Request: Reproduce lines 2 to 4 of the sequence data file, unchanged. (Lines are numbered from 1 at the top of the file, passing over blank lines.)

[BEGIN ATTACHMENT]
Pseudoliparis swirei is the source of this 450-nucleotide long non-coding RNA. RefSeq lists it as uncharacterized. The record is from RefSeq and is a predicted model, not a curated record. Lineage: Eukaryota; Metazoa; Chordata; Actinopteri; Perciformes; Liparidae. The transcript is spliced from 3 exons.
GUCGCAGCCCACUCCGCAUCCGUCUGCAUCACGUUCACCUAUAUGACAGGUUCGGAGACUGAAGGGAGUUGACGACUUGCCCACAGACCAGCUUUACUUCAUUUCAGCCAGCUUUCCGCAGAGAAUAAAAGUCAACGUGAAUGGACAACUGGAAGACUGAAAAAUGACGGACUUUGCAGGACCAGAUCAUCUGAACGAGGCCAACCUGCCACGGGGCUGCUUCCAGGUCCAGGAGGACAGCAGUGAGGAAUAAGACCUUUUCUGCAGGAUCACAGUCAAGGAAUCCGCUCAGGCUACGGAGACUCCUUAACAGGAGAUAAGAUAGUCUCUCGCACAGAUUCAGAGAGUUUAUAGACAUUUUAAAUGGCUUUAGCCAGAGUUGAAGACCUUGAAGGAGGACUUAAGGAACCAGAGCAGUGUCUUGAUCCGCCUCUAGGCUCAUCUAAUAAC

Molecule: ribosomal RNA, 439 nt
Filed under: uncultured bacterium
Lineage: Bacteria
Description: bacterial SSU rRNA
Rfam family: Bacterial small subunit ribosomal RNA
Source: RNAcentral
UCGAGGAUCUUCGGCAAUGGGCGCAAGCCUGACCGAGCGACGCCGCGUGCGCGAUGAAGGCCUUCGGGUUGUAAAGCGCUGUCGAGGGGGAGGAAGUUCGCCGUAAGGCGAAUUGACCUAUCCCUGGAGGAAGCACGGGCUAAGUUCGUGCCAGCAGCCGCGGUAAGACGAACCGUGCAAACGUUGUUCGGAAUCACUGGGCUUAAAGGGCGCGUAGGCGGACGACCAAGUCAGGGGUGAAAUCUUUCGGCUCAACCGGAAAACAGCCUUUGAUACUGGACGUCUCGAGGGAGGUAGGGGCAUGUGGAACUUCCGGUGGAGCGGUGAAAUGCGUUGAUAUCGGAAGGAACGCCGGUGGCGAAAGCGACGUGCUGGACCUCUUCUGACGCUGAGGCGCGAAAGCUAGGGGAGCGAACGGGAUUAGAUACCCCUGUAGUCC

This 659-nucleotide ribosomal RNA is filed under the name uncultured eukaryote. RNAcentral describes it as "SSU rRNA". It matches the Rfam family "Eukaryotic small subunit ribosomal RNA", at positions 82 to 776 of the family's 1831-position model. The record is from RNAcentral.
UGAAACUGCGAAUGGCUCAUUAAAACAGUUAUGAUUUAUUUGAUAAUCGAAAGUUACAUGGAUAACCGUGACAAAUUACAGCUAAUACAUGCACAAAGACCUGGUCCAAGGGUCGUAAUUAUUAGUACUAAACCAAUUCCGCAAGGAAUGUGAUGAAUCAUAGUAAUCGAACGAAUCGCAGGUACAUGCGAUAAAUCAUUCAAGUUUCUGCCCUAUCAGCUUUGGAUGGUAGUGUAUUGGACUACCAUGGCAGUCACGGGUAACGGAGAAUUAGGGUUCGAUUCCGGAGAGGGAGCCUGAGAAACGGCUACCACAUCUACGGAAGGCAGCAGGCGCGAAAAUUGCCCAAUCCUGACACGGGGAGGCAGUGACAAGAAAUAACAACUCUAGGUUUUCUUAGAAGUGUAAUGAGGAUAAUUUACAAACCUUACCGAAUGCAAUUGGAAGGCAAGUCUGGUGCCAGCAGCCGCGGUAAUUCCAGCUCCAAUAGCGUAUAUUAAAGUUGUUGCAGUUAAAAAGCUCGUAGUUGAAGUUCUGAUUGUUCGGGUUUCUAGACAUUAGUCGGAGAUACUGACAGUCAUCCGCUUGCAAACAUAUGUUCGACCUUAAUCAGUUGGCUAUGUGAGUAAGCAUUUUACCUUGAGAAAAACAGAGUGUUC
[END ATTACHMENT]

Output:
GUCGCAGCCCACUCCGCAUCCGUCUGCAUCACGUUCACCUAUAUGACAGGUUCGGAGACUGAAGGGAGUUGACGACUUGCCCACAGACCAGCUUUACUUCAUUUCAGCCAGCUUUCCGCAGAGAAUAAAAGUCAACGUGAAUGGACAACUGGAAGACUGAAAAAUGACGGACUUUGCAGGACCAGAUCAUCUGAACGAGGCCAACCUGCCACGGGGCUGCUUCCAGGUCCAGGAGGACAGCAGUGAGGAAUAAGACCUUUUCUGCAGGAUCACAGUCAAGGAAUCCGCUCAGGCUACGGAGACUCCUUAACAGGAGAUAAGAUAGUCUCUCGCACAGAUUCAGAGAGUUUAUAGACAUUUUAAAUGGCUUUAGCCAGAGUUGAAGACCUUGAAGGAGGACUUAAGGAACCAGAGCAGUGUCUUGAUCCGCCUCUAGGCUCAUCUAAUAAC

Molecule: ribosomal RNA, 439 nt
Filed under: uncultured bacterium